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How Does the Mind Work?

By Shyam Mehta

Yoga science is first and foremost a psychological subject. Yoga deals with controlling the mind and therefore considers all the diseases of the mind and the ways in which these can be cured. It examines all the "impediments" of body and mind which hinder or stop a person from taking up and progressing yoga practice. It sets out how these impediments can be overcome. It also looks at the functioning of the mind: how it reacts to experience and how these reactions in turn influence the mind. These are the six constituents of psychology.

Firstly, we need to know what the mind is?

All that exists is God. He has a Soul and a body. His body is the universe, made up of Souls and matter.

Souls include all the Gods and Goddesses which mankind worships, and also your own Soul. The Soul has the power of seeing. The self within experiences, but does not see, being of the form of matter not Soul.

Matter in respect of living beings includes the self and the inner organ (antahkarana) (brain functioning) which has chitta (consciousness), buddhi (intellect), ahamkara (ego) and manas (mind).

Chitta is individual and cosmic consciousness. Individual consciousness, whereby the Self (atman) knows that it exists because it is aware of itself, and cosmic consciousness, of objects held in the mind. Chitta has five states: experienced knowledge, misconception, imagination, deep or dreamless sleep and memory (pramana, viparyaya, vikalpa, nidra, smrtayah).

Buddhi, the intelligence of the Self, has the power of knowledge and has will power. It discriminates between right and wrong, and decides what to do.

Manas, the sense-mind, perceives objects and reacts. Mind is a servant, not a master of the self. If the self through its buddhi determines that it would like a woman to think of a man, then this is what the woman's mind will do. The contents of the mind are thoughts, feelings, peace and bliss. In this age everyone is stressed. What the mind most needs in the short run is relaxation (even more than happiness). In the absence of this it gets stuck in a rut, the next best thing. The mind also has inclinations, which are determined largely by the history of its experiences in this life.

Matter, being made up of the three gunas of satwa, rajas and tamas, is always in motion. Hence, so long as the mind is not under control, chitta experiences fluctuations.

Diseases of the Mind. Klesa

There are five afflictions: worldly or erroneous knowledge (avidya), sense of 'I' ness (asmita), desire and attachment (raga), dislike (dvesa) and attachment to life and fear of death (abhinivesah).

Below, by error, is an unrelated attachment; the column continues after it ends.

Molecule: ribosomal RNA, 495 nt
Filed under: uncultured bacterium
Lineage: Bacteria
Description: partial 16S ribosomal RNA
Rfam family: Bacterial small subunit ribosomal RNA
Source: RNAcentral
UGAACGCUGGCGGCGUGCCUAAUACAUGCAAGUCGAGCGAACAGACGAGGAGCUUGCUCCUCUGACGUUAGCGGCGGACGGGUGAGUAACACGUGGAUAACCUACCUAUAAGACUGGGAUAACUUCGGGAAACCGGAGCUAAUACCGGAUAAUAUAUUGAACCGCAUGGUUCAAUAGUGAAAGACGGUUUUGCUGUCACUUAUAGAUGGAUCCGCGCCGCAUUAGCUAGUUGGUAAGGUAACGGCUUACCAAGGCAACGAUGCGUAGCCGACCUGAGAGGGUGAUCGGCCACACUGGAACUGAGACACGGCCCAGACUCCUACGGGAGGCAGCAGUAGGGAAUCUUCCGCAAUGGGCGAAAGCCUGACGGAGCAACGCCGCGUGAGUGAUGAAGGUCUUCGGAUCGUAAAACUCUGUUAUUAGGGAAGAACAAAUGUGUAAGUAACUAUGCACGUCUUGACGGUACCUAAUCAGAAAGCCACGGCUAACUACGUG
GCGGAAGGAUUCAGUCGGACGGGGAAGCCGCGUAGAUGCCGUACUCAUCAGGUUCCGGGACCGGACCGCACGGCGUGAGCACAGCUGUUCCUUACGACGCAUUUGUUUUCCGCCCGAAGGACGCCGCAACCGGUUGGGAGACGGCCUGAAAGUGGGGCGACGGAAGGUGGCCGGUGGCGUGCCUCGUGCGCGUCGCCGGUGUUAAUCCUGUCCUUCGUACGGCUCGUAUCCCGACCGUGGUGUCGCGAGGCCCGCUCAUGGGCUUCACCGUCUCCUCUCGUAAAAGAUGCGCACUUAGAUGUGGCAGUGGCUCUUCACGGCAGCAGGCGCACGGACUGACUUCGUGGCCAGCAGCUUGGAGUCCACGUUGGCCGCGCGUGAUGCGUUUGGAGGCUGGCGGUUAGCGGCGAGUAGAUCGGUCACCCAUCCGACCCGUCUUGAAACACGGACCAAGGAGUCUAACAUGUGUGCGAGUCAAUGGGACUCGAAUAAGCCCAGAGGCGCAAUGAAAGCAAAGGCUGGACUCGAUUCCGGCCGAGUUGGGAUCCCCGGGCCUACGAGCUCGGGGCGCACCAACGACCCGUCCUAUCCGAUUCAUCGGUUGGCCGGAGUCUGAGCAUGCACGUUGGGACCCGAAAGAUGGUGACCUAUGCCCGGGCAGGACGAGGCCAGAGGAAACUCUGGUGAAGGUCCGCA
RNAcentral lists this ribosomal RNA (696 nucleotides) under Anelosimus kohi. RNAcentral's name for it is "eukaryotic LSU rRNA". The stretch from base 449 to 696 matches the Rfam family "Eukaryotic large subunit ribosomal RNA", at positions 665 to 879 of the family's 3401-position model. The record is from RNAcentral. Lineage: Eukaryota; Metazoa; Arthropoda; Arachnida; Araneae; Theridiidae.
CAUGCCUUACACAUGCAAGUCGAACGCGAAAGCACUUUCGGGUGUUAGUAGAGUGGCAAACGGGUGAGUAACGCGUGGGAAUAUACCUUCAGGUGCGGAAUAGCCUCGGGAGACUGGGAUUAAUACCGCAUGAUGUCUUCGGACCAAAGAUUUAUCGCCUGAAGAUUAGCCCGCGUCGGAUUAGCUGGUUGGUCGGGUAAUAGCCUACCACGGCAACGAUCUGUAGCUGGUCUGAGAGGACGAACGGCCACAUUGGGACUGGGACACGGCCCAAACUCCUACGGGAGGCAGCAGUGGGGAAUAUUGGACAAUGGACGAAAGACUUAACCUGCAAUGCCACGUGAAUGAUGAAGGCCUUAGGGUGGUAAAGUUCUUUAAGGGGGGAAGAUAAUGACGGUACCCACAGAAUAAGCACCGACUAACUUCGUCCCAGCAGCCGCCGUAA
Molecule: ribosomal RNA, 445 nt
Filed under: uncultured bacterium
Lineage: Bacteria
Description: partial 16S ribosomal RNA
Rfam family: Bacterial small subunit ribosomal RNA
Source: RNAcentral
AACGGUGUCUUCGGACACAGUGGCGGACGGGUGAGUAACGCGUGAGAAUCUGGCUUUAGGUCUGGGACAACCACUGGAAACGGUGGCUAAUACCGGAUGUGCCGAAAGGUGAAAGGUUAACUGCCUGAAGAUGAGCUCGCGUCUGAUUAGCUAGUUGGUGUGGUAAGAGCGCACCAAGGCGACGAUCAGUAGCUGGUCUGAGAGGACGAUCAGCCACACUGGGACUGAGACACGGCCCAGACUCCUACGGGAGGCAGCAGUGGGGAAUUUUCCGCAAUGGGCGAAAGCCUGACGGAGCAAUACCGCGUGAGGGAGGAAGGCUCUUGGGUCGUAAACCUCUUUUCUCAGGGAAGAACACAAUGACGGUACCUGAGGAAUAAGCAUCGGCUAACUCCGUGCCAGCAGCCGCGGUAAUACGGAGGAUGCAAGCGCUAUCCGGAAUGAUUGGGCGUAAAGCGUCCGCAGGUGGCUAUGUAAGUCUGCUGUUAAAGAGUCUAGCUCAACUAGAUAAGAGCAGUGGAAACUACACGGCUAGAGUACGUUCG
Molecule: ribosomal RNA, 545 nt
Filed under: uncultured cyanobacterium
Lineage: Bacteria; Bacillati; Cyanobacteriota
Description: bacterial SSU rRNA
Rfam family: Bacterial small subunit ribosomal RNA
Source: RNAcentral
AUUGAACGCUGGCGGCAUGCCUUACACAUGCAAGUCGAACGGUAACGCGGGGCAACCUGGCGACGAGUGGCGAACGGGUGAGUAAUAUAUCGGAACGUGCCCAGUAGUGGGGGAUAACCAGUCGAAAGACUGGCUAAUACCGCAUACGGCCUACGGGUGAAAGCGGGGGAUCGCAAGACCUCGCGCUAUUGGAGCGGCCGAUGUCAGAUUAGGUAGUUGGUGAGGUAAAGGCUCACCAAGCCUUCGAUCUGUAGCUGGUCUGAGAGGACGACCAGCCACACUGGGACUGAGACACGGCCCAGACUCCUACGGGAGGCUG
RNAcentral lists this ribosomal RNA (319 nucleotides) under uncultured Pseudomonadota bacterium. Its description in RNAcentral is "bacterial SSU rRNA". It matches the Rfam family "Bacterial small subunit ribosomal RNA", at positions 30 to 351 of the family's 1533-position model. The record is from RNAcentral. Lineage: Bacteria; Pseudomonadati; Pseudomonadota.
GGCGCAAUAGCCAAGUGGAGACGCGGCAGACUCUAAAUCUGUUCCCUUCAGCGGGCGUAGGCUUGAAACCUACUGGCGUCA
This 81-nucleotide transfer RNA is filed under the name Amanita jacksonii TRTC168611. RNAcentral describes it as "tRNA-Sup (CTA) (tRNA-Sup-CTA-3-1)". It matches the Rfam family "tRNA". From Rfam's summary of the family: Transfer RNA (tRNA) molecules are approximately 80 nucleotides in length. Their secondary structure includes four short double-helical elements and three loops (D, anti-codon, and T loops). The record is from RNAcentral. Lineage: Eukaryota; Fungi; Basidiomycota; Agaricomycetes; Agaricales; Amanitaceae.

Pain and sorrow (duhkha) result from the affliction (klesha) of dislike (dvesha)

Causes of the Afflictions or Diseases of the Mind

Afflictions are the end result (vipaka) of bad actions (bad karma). Karma gives rise to subtle tendencies and desires (known as asaya). The interaction of these tendencies (samskara) and desires with your life experiences gives rise to afflictions, if actions are not in accord with yama.
If asayah exists one is reborn with a specific type of birth (jati), span of life (ayuh) and set of prospective experiences of sensual joys (bhogah).

Free Choice

We all have free choice, to do good or bad actions, karma.
The balance of good and bad choices of actions that you have made in this and in your previous life is also called karma. Good or bad is defined in terms of whether they are consistent or not with the five ethical principles of Yama. Your karma determines whether your life experiences will be pleasurable or not, according to the law of karma. Karma is only overruled by God's mercy.

Impediments to Yoga Practice, Antarayah

Yoga practice is that which helps to still the fluctuations of the consciousness.
The impediments to yoga practice, that is which create fluctuations of the chitta or consciousness are: disease (vyadhi), sluggishness (styana), doubt (samsaya), carelessness (pramada), idleness (alasya), sense gratification (avirati), living in illusion (bhrantidarsana), lack of perseverance (alabdhabhumikatva) and inability to maintain one's achieved progress (anavasthitatvani).

Overcoming the Impediments to Yoga Practice and the Diseases of the Mind

The first chapter of the Yoga Sutra sets out the mental disciplines required to overcome the various impediments to having a yogic mind.
The second chapter sets out the physical disciplines required to cure the diseases of the mind, consisting of the Yoga of Action, Karma Yoga, namely Tapas, Svadhyaya and Ishvara Pranidhana. 

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